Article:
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RAIN 3/28: "Lackluster performance" in online ad sales from broadcasters, says new study

Posted on: 03/28/2011

BORRELL: RADIO INDUSTRYBARELY TREADING WATERWITH LOCAL ONLINE ADVERTISING

A new study from Borrell Associates finds that radio broadcasters posted “lackluster performance in Internet sales” last year and goes on to project “milquetoast growth over the next five years” as a result.

Borrell writes in its “Benchmarking Local Online Media: 2010 Survey,” that the radio industry is “barely treading water” with 2.1% of all local online advertising spent in 2010. “Outside of local cable companies and magazines, radio performed the worst among all legacy media companies” in 2010, Borrell writes.

Though Borrell expects 10% digital sales growth in 2011 for radio, “that growth will not keep pace with market expansion,” and radio’s share of local online advertising will drop below 2% by 2015.

But Borrell also points to several broadcasters that appear to be doing things right. Radio One and Salem Communications earn praise for launching separate Internet divisions (BlackPlanet.com and Christianity.com, respectively). Radio One’s online ad earnings account for 7% of its revenues and for Salem 10%.

That said, Borrell sees a “lack of attention to the Internet opportunity” from many broadcasters. The study points out that some companies even fail “to mention [their Internet ventures] at all in their annual reports.”

To buck the “dim” revenue forecast, Borrell suggests that broadcasters partner with “pureplay” sites like Groupon, Yahoo and Craigslist. Borrell expects such sites to overtake newspapers in local advertising revenue by 2015. Already “pureplay” sites are collecting more revenue than any traditional media company in around 20% of markets tracked by Borrell.

You can find more coverage in AllAccess here, Inside Radio here or from Borrell Associates here.

STUDY SAYS CONSUMERS ESPECIALLY DISLIKE ADS ON NEW MEDIA PLATFORMS, BUT THAT MAY NOT BE A PROBLEM

According to a new AdAge/Ipsos Observer study, the platforms on which people most dislike getting ads are new, digital, fast-growing media: Mobile (63% dislike or strongly dislike); e-mail (57%); social (44%); and websites (42%). Consumers are far more accepting of ads in newspapers (15%), magazines (18%), and “out of home” (21%).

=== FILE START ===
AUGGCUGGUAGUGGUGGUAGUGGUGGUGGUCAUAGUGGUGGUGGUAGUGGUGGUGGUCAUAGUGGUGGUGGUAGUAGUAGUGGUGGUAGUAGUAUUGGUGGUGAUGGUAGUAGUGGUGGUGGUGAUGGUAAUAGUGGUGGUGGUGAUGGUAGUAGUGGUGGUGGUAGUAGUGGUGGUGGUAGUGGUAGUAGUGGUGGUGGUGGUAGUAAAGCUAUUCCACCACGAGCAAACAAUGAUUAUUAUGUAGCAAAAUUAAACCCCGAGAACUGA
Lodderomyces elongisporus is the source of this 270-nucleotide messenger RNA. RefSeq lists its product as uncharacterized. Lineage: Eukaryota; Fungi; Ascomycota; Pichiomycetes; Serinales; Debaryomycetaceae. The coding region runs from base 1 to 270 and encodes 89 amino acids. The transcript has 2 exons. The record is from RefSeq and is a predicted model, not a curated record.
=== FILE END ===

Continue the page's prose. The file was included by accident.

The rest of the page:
So what’s this mean? Fred Jacobs of Jacobs Media, in his blog, writes, “it suggests that consumers have been trained to accept commercial messages (for better or for worse). And it opens doors to delivering messages via branded content in other platforms… new media platforms viewed as opportunities, rather than as obstacles and obligations. As ways to enhance an advertising program, not as unnecessary capital expenses that are tough to monetize.”

AdAge’s coverage of its study is here, and Jacobs’ blog entry is here. Hear more from Fred at RAIN Summit West, 4/11 in Las Vegas.

BELGIAN COMPOSER SOCIETY WANTS COPYRIGHT FEES FROM RADIO-LISTENING TRUCKERS

Belgium’s national organization of authors, composers, and publishers (i.e. their ASCAP or BMI) is arguing that truckers should pay copyright owners to listen to the radio.

SABAM (Société d’Auteurs Belge – Belgische Auteurs Maatschappij) already collects fees from businesses that allow radio listening in the work area. They say since a trucker’s cabin is a “work area,” they are entitled to fees. Local politicians fighting the proposal say a truck cabin is “an intimate place,” and is not subject to fees.

H/T to Slashdot.org (coverage here). Google’s translation of the article from the Dutch-language De Standard is here.

REPORT: AMAZON READYING ONLINE LOCKER SERVICE FOR MUSIC AND MOVIES

According to a report in CNet.com, Amazon will announce an online music and movie “locker” service as early as next week.

CNet says, “Sources from both the film and music industries said Amazon is working on creating a cloud locker service that would enable users to store their existing music, film, and book collections, even content not purchased at Amazon, on the company’s servers.” Though Amazon has yet to secure all the necessary licenses from copyright owners, CNet says Amazon may announce the service before talks are complete.

As we’ve covered in RAIN, both Google and Apple are readying similar services (coverage here). Read CNet’s coverage here.



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